Results of Surgery for Bunions
Severe bunions often require surgery to correct this painful deformity. The medical term for bunion is hallux valgus deformity. In this study, the results of reconstruction surgery for hallux valgus are reported.

The surgical procedure used was a proximal osteotomy of the first metatarsal. An osteotomy is the removal of a wedge- or pie-shaped piece of bone from one side of the bone. The rest of the bone is then shifted in the direction of the missing bone. This helps realign the toe in a more neutral position.

A metatarsal is the main bone in the forefoot at the base of each toe. The first metatarsal is at the base of the big toe. The first metatarsal and toe is also called the first ray.

The authors showed X-rays of severe hallux valgus deformities before and after surgery. Surgery was done for patients who had severe pain and difficulty wearing shoes. Details of the X-ray exam and surgical procedure were provided.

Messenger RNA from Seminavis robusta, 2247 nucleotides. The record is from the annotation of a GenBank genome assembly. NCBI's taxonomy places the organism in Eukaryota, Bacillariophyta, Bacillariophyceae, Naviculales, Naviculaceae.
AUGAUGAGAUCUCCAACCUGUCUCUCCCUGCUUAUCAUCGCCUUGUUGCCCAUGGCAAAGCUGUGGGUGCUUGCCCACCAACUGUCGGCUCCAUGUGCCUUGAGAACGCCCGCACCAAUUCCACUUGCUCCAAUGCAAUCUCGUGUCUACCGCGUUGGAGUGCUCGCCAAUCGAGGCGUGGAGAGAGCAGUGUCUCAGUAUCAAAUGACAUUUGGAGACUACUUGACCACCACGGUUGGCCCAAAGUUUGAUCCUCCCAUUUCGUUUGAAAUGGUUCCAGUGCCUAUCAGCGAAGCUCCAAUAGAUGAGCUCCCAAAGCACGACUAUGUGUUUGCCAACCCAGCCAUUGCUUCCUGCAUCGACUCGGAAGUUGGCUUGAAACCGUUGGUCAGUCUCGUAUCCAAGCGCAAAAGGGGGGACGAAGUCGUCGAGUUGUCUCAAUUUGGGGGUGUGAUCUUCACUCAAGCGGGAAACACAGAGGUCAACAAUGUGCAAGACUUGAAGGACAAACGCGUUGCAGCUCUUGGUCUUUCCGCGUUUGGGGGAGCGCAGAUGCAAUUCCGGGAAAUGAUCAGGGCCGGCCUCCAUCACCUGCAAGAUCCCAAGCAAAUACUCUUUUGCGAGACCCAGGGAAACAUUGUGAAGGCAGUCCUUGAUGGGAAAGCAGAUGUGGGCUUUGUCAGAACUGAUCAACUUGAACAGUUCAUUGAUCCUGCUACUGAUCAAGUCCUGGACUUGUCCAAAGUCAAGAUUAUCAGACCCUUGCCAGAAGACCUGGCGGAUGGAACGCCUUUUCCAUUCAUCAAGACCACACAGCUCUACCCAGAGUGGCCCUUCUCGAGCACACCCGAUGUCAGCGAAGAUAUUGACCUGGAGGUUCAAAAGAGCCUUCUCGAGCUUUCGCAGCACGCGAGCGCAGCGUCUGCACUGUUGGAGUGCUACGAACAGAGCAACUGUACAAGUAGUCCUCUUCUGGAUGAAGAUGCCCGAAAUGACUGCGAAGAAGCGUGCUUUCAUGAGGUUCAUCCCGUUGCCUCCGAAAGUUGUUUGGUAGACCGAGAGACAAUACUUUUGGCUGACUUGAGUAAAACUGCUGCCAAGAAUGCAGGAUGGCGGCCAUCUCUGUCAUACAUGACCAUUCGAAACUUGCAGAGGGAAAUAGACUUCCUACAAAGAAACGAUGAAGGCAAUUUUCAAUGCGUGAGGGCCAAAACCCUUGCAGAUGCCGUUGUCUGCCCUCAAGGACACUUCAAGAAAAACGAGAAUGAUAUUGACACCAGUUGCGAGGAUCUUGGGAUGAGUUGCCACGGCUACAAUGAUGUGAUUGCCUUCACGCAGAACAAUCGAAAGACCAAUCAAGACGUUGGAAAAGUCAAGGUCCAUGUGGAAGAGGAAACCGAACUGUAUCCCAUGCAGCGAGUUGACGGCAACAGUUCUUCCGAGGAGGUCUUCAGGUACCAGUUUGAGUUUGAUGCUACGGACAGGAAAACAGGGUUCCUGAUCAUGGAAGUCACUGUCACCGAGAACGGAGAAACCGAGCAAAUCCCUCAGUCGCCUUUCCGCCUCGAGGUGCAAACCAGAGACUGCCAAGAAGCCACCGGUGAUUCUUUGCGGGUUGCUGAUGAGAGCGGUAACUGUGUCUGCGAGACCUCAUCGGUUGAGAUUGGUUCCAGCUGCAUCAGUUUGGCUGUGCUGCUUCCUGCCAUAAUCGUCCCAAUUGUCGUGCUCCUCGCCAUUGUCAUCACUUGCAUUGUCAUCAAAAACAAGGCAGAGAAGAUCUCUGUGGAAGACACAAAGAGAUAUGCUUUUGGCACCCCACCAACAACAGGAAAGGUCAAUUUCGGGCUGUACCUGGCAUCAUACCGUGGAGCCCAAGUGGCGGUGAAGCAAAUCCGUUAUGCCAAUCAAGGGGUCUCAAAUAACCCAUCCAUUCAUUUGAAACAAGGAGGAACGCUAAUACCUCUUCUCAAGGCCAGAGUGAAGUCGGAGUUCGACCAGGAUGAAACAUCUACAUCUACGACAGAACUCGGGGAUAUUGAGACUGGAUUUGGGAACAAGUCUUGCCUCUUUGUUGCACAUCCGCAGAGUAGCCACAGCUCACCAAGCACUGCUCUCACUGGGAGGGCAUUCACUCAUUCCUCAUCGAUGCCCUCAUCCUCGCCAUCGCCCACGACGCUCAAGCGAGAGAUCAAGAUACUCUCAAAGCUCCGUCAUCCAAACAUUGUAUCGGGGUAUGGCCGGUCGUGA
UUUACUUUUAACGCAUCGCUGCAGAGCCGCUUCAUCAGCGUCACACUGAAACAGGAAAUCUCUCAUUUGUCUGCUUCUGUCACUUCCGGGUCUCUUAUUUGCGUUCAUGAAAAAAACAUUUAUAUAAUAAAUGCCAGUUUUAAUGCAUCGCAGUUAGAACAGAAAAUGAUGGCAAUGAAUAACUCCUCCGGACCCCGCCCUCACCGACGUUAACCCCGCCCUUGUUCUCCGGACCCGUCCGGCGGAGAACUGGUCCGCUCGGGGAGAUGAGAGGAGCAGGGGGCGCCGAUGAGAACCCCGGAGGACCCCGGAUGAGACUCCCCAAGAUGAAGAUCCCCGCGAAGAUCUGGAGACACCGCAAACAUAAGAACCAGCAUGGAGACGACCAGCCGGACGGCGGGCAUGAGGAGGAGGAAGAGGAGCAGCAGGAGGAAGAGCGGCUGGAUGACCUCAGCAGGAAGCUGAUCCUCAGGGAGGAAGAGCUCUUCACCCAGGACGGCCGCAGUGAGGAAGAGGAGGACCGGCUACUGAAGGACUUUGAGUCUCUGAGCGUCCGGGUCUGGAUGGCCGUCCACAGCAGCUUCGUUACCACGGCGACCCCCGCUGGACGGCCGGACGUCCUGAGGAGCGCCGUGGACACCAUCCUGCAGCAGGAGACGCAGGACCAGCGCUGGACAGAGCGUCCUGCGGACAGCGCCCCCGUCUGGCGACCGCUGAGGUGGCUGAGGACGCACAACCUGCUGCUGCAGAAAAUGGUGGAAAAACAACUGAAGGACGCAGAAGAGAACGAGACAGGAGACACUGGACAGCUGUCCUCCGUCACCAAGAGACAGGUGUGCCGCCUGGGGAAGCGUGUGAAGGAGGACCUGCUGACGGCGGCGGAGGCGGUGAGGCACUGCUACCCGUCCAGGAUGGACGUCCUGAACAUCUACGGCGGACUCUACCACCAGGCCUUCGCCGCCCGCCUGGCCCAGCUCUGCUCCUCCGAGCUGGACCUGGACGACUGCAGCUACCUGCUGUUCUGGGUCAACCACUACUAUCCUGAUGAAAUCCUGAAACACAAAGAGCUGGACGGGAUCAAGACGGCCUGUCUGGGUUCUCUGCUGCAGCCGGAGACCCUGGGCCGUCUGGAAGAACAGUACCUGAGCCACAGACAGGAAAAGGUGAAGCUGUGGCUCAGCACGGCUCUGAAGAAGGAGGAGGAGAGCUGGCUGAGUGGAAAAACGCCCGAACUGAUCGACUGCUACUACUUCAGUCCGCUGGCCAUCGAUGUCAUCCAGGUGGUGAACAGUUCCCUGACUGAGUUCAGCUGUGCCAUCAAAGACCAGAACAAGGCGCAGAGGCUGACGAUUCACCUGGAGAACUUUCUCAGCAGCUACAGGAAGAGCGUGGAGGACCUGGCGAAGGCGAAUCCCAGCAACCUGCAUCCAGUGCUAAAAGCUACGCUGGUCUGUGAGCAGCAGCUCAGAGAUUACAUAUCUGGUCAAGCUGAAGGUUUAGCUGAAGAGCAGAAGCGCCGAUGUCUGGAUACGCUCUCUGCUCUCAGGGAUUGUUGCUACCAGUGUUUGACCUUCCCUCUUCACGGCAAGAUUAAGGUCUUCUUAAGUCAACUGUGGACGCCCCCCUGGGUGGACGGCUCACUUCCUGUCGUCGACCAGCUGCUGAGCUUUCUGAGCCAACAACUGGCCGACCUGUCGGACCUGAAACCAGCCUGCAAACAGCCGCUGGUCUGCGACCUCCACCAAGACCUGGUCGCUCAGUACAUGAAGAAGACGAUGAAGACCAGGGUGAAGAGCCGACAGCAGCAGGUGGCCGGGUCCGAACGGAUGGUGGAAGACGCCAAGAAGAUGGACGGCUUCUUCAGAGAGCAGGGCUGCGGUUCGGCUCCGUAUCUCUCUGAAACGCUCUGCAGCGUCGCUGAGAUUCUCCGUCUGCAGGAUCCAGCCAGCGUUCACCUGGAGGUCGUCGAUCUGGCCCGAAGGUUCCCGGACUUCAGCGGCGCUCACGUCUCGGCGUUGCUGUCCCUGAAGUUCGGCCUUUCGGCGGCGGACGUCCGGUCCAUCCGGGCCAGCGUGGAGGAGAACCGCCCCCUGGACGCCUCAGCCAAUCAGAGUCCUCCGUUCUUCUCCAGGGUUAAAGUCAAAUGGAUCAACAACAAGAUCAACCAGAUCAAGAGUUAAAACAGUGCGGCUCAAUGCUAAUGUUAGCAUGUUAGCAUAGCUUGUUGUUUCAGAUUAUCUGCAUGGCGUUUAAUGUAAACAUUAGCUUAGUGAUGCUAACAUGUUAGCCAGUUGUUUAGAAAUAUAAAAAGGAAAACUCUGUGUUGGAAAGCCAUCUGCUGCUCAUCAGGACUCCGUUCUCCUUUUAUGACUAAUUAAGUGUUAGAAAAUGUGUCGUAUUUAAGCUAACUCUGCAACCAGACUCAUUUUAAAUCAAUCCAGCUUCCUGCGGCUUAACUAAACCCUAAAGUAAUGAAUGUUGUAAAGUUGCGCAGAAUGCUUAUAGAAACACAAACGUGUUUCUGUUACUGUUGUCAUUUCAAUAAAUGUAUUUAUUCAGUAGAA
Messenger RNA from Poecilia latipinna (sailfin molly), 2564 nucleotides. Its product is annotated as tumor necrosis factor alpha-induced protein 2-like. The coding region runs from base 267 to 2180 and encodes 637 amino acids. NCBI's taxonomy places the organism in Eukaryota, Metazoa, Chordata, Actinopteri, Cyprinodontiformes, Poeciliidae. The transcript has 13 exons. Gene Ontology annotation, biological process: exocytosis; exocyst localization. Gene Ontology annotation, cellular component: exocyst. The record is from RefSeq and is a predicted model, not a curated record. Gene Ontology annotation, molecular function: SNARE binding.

Results were measured by pain levels, ankle motion, and movement of the first ray. Foot imprints made on a mat and angles measured on X-ray were also used to track progress. Mat imprints were used to assess how flat the feet were.

The authors report there was no evidence that limited ankle motion was linked to the formation of bunions. About 15 per cent of the patients had a very low arch. This did not cause increased rotation of the first ray or angular changes contributing to bunions.

Recurrence of the hallux valgus deformity can occur after surgery. Hypermobility (increased motion) at the first ray has been blamed for this problem. The results of this study did not support the hypermobility theory of bunion recurrence.

Overall, this study showed that osteotomy with soft tissue realignment was a reliable way to correct a hallux valgus deformity. Patients were satisfied with the functional results. Recurrence was rare. A few patients expressed some concern about the final cosmetic appearance.
References
Michael J. Coughlin, MD, and Carroll P. Jones, MD. Hallux Valgus and First Ray Mobility. In The Journal of Bone and Joint Surgery. September 2007. Vol. 89-A. No. 9. Pp. 1887-1898.